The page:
The Metropolitan Police and the South London and Maudsley NHS Foundation Trust were subject to a damning verdict in the south London Coroner’s court earlier today – each of them facing criticism for contributing to the death of a vulnerable man. The death of Olaseni Lewis in September 2010 is one the most sensitive, controversial and difficult of all the death in police custody cases I’ve known connected to mental health issues. I had the opportunity to hear Mrs Lewis speaking in Brixton last year about her family’s ongoing ordeal: it was nothing short of absolutely heartbreaking to listen to the experience of someone who’d already waited six years to learn how her son died, and to hear first hand how the post-incident system had exacerbated the distress of what must have already been a devastating incident.
I’m all too aware of comments realised in recent weeks by frontline officers on social media that demands and responsibility connected to mental health are rising and it’s getting harder and harder to manage this demand across response and neighbourhood teams which are under pressure around how they spend their time. We have also seen senior figures like Sir Tom Winsor, HM Chief Inspector of Constabulary, voicing concern about the extent and the nature of the role the police are now playing in our wider mental health system and the effect this is having on frontline policing. I can’t be the only police duty inspector who has stood in the middle of the night making the decision to order two police officers out of a Place of Safety where NHS staff had asked them to stay because it was the...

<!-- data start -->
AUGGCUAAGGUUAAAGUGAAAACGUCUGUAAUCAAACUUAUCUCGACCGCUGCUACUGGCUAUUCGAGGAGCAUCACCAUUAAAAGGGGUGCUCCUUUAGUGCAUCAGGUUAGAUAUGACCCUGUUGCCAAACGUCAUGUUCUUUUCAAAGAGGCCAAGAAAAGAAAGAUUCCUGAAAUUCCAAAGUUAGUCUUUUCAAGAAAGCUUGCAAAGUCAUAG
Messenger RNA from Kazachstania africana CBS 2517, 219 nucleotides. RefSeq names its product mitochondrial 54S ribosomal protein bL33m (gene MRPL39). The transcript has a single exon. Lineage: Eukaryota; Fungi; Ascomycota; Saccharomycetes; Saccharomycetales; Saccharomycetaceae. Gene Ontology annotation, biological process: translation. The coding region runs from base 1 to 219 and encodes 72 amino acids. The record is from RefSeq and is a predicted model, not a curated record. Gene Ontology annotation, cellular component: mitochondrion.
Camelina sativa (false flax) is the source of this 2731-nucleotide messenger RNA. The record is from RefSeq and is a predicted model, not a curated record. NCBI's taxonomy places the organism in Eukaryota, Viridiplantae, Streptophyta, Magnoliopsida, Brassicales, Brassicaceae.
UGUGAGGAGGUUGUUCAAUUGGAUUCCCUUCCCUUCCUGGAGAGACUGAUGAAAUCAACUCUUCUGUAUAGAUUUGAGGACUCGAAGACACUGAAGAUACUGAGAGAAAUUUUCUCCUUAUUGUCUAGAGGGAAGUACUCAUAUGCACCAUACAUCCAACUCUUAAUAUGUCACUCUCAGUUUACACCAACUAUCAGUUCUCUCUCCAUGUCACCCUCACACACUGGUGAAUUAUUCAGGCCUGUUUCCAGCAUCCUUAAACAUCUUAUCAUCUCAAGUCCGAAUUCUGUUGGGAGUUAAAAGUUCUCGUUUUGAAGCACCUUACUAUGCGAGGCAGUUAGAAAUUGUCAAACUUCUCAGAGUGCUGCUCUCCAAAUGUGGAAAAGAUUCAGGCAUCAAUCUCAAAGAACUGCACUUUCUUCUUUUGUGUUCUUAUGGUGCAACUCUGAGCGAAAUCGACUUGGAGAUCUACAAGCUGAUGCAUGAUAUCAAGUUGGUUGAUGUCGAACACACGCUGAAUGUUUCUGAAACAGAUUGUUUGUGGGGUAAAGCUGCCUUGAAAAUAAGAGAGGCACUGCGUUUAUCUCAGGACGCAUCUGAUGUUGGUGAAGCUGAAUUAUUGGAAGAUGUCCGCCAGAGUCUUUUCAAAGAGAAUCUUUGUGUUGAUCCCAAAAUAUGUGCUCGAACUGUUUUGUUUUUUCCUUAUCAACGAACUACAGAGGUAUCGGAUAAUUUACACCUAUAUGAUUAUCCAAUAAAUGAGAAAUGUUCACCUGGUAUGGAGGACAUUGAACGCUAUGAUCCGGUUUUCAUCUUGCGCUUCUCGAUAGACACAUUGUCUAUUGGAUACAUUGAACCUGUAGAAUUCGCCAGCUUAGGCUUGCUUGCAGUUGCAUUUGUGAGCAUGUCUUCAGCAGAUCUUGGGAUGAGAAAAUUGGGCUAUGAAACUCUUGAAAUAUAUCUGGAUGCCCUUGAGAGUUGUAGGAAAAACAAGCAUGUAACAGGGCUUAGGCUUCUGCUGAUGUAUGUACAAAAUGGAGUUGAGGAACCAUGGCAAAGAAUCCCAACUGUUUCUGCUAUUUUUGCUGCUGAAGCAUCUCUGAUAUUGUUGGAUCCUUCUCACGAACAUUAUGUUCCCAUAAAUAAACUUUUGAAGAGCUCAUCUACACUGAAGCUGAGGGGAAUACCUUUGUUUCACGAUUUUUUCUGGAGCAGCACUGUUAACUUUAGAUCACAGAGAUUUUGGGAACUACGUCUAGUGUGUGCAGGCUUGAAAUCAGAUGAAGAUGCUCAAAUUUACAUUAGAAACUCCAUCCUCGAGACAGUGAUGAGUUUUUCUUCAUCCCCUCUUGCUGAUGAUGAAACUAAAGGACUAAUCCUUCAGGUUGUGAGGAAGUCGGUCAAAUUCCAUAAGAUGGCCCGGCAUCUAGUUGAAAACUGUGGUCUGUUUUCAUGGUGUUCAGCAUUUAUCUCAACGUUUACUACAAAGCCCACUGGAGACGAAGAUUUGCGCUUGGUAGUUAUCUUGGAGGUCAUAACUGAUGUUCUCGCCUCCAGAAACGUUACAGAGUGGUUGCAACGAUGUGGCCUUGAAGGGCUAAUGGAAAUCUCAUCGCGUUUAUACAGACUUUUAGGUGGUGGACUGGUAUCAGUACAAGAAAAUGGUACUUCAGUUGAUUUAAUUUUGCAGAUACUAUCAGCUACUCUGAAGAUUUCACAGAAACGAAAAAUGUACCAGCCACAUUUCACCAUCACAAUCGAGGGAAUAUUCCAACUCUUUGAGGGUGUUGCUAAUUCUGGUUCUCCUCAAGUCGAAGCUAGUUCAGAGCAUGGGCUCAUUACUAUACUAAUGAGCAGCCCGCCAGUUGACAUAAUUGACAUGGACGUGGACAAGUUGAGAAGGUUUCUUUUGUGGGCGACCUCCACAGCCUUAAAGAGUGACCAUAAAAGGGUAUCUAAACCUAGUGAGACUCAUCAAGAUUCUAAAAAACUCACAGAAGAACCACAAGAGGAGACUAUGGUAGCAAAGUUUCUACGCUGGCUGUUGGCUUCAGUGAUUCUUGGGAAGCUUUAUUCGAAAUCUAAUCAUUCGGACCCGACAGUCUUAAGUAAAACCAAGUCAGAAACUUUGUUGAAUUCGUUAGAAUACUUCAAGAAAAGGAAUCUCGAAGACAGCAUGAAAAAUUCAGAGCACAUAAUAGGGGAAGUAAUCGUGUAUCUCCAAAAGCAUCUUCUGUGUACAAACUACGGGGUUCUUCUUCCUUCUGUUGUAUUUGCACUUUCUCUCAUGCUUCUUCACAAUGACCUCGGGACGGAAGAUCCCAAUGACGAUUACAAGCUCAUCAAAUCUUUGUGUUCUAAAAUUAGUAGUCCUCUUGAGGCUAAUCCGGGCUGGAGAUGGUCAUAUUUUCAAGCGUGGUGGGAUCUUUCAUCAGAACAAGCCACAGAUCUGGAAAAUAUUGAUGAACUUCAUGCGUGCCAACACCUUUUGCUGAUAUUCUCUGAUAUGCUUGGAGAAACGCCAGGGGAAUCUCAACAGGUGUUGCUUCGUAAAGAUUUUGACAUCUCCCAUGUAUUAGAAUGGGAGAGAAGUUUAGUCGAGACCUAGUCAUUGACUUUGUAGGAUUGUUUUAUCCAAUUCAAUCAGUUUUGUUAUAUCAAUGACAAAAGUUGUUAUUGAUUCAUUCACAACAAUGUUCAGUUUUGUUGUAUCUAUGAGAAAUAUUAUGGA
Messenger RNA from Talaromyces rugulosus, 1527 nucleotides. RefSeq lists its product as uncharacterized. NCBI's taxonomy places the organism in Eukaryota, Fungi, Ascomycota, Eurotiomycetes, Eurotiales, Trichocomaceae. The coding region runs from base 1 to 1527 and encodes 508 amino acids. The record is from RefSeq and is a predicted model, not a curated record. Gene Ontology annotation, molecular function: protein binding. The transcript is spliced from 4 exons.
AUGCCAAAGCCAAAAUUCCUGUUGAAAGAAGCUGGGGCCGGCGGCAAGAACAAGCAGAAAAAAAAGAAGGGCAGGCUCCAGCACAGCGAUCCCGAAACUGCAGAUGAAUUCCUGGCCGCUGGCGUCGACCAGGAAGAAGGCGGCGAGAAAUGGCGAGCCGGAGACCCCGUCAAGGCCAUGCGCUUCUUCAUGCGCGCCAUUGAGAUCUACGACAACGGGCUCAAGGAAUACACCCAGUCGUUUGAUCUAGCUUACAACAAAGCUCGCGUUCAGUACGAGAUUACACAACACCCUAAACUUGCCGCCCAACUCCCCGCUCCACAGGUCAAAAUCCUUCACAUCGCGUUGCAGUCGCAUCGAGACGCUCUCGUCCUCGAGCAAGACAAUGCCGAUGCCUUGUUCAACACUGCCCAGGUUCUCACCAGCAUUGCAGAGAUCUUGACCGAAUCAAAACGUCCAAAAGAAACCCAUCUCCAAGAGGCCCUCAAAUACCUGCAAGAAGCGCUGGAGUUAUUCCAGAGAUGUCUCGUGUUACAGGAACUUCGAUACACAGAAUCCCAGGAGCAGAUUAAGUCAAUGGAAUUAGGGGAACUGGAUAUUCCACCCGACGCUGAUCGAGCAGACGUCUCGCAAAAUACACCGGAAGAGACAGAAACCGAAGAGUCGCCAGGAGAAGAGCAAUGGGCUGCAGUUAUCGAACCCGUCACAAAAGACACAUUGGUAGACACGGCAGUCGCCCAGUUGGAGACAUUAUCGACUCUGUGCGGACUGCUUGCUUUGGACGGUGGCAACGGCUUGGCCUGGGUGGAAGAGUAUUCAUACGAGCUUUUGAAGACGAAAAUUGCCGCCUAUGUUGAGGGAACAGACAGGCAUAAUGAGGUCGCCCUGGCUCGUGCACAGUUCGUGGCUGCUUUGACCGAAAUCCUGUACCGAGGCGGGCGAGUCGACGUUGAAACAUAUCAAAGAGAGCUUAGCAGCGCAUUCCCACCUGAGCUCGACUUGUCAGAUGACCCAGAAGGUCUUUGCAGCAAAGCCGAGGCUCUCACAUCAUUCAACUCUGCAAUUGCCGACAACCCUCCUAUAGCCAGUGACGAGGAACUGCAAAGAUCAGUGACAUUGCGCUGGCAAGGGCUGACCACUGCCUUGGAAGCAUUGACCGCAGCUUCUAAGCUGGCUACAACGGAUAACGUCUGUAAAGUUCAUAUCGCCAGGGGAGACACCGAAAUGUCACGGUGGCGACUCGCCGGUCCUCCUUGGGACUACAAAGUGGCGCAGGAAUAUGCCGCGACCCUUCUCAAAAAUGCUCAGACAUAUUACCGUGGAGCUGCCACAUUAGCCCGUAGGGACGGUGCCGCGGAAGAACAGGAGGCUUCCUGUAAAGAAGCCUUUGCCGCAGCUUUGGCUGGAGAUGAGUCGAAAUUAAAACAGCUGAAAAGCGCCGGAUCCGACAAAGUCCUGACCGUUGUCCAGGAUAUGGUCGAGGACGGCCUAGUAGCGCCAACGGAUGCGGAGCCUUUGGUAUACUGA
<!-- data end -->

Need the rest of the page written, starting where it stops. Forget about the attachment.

So, we’re still discussing the fallout of Sir Tom Winsor’s comments almost one week after they were made. A few of us have blogged our thoughts on this and many of you have commented on those posts and social medica more generally. We all share a view that there is a problem, but I’m not sure we share what it is, never mind a shared sense of what we should do about it. Some people have spent the week arguing that we are criminalising mental health and mental illness by relying upon the police to the extent that we do, but what I think has been interesting this week is the number of representations that we’ve got this the wrong way ’round: we’re not criminalising illness, we’re medicalising human behaviours.
Look at the literature on this stuff and you’ll see both positions well represented. The US academic Professor Linda Teplin did a lot of work in the 90s arguing about criminalisation; another US professor, Allan Horwitz wrote a book called ‘creating mental illness’ which argued we over-medicalise...
Yesterday, Her Majesty’s Chief Inspector of Constabulary, Sir Tom Winsor said something extremely important in his annual review, known as the “State of Policing” report. The main headline from the document was his argument that the police are now filling gaps in mental health services and that this represents a drain on resources which are being diverted from other policing responsibilities. It was his clear view that “the provision of mental healthcare has reached such a state of severity that police are often being used to fill the gaps.” He makes the point that the police “have often been used as the service of last resort. In some areas, particular where people with mental health problems need urgent help, the police are increasingly being used as the service of first resort.” He goes on, “We are still finding cases of mentally ill people – who have not committed any crime – spending the night in a police cell. This is because they are too vulnerable to be left alone but there is no bed for them in a healthcare facility....